A budgeting process gives you some constraints (budgets) that you later will probably have to respect when real measurement (accounting reports) threatens to exceed those budgets.
The same distinction holds for forming a scientific or engineering hypothesis (quantification), and consequent experimentation to determine if it is proven or not (a scientific experiment).
Quantification is, above all, a useful tool in communication between people.
Numbers clarify, what words hide and confuse.
We recognize that quantification (in practice, ‘defining a quantification scale,’ and ‘some interesting points on that scale’) alone is useful.
We also know that it is usually also useful, sooner or later, to actually observe reality numerically: to measure in practice. But not ‘always.’
Measurement gives essential contact with the real world.
If the measurement is early and frequent, then we can usually adjust our plans, to be in better contact with reality, and in contact with our objectives and constraints.
Measurement does not have to be ‘perfect.’ In fact, it cannot be literally perfect, as engineers and scientists acknowledge. Kelvin was not fanatic, as you can read, above.
What exactly is sufficient measurement quality (accuracy, precision, credibility) for our purposes, and what is the lowest-cost measurement process, that has satisfactory quality, for our purposes.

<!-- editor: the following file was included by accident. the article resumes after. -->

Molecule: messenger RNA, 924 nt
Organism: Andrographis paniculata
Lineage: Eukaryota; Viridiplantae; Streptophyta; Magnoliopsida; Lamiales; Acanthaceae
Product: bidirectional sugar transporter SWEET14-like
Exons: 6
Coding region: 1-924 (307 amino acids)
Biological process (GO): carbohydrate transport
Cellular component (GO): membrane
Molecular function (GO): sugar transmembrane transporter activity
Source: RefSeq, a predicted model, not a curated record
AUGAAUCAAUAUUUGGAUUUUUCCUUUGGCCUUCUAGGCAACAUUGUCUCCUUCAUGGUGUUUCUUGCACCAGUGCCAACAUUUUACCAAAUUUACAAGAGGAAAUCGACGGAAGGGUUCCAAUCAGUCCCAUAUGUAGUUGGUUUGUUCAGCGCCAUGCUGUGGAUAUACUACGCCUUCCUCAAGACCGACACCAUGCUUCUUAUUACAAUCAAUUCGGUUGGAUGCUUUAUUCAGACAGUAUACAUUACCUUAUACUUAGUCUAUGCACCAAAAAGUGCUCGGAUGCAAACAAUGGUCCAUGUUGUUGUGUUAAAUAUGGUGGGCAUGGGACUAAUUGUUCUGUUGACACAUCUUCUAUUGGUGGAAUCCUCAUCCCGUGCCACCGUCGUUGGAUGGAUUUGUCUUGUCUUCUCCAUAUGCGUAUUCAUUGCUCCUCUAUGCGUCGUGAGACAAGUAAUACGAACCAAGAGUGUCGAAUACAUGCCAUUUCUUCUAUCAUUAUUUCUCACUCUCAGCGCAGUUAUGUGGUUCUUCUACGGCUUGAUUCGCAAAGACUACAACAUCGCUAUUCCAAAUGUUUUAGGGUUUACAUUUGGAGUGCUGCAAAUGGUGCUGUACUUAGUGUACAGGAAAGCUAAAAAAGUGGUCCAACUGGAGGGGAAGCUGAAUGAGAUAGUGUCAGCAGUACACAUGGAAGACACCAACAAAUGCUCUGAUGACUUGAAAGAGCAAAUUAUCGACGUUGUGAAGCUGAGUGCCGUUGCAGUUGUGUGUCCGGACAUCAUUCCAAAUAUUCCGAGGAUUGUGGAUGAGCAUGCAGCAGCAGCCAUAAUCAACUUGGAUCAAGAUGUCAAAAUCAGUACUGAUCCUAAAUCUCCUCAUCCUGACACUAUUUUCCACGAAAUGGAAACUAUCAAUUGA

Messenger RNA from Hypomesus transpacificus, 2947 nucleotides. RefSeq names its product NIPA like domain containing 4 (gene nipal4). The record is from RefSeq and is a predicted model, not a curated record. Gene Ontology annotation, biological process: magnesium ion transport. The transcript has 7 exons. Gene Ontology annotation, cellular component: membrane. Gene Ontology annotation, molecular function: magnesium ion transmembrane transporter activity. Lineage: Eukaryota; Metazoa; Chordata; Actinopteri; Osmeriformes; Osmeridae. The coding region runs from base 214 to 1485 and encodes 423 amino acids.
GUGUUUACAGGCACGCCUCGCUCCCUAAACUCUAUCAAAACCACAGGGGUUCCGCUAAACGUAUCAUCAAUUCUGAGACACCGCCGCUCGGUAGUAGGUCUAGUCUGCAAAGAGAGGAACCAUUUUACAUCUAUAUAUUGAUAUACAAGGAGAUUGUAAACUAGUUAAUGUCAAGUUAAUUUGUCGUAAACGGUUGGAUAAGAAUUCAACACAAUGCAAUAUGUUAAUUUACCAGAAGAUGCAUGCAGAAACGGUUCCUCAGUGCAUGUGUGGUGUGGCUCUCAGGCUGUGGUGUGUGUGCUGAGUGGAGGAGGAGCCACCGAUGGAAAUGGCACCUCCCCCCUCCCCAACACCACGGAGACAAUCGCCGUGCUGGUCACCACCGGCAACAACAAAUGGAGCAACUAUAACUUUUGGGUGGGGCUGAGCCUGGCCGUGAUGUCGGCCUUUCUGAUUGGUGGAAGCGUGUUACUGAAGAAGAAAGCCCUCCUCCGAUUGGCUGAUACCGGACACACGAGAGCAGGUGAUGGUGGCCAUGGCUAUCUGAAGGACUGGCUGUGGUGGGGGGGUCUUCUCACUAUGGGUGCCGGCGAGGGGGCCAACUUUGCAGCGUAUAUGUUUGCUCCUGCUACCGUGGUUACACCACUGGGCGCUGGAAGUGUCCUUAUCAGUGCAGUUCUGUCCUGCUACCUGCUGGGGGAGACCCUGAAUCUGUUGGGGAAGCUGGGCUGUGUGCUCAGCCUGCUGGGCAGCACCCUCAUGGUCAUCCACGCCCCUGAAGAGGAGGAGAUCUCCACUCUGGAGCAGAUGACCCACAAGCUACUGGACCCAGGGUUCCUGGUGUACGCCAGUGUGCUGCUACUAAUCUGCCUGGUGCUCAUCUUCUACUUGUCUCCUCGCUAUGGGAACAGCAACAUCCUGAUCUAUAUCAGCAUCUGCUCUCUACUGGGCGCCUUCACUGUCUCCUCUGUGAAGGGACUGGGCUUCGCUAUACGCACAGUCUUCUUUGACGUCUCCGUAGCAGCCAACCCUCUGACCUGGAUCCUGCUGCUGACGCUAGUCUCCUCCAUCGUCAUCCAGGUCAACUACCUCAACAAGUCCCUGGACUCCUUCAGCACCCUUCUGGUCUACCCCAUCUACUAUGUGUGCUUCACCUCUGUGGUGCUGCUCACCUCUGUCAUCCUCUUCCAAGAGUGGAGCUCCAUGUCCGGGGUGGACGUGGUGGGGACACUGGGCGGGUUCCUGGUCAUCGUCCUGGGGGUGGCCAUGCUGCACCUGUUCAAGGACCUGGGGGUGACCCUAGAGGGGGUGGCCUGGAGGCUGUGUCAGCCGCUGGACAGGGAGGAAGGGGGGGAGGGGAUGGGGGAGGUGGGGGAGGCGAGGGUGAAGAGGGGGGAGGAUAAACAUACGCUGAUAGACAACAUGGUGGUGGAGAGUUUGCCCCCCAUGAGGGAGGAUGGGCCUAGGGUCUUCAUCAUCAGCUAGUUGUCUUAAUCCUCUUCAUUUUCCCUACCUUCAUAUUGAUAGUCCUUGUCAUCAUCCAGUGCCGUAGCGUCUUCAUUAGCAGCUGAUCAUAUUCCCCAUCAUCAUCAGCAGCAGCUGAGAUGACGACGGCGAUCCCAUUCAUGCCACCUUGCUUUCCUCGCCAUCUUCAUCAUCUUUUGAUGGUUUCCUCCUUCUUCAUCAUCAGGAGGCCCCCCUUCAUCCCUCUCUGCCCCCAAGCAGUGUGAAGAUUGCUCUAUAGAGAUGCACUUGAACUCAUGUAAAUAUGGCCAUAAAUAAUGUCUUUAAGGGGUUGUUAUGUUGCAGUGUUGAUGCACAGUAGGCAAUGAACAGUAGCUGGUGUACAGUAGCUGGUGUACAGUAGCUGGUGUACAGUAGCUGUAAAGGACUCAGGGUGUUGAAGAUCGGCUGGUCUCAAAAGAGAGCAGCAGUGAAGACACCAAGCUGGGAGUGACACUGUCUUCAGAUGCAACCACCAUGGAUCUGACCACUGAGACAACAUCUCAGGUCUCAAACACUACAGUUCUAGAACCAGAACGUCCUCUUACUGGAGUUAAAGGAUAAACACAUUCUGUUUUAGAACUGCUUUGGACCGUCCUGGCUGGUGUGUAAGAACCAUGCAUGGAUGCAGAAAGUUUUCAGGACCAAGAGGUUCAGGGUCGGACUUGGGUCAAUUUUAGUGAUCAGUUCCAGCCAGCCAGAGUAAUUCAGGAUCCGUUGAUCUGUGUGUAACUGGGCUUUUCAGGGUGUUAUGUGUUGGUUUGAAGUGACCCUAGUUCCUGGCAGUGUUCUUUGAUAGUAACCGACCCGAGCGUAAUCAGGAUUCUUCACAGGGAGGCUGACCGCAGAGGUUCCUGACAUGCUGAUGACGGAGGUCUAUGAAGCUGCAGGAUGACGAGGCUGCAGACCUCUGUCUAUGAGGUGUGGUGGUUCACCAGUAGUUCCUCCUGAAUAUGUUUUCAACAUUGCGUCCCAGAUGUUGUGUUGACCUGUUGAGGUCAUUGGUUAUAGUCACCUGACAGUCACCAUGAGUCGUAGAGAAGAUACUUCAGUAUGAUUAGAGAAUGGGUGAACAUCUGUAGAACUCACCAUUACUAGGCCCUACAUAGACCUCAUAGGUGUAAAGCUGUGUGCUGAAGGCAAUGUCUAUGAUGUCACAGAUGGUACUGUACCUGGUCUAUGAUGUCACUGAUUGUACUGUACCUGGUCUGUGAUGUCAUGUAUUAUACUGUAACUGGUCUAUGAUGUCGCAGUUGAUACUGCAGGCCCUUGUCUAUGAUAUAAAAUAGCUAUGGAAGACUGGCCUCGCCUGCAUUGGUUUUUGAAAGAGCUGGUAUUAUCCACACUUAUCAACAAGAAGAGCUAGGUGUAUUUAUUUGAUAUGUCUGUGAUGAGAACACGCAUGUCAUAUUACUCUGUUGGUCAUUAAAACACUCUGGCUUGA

At different stages in the system development process, for different purposes, we can decide to have quite different measurement processes. Which measurement processes do we need to plan for, budget for and use? ‘Horses for courses’ as the British say.
The choice of the measurement process, since it depends on many scalar attributes (precision, accuracy, setup cost, cost to measure, credibility, repeatability), is really an ‘engineering design’ decision. Can we ‘design’ our measurement processes?
That means it is a matter of finding the measurement process that best fits our objectives, within our constraints. We cannot just take any measurement process that comes to mind.
Figure: The Scale is an abstract concept, to help us think about good or worse attributes of a Function. The ‘Meter’ is a tool or test process to help us get some idea of where on the Scale a real system is. How ‘good’ the system is. The last measurement, the last implementation of the Meter on our system, we can call Status.
Here is a simple example showing the distinction, and the choice, of more than one measuring tool, for a single Quantification Scale specification.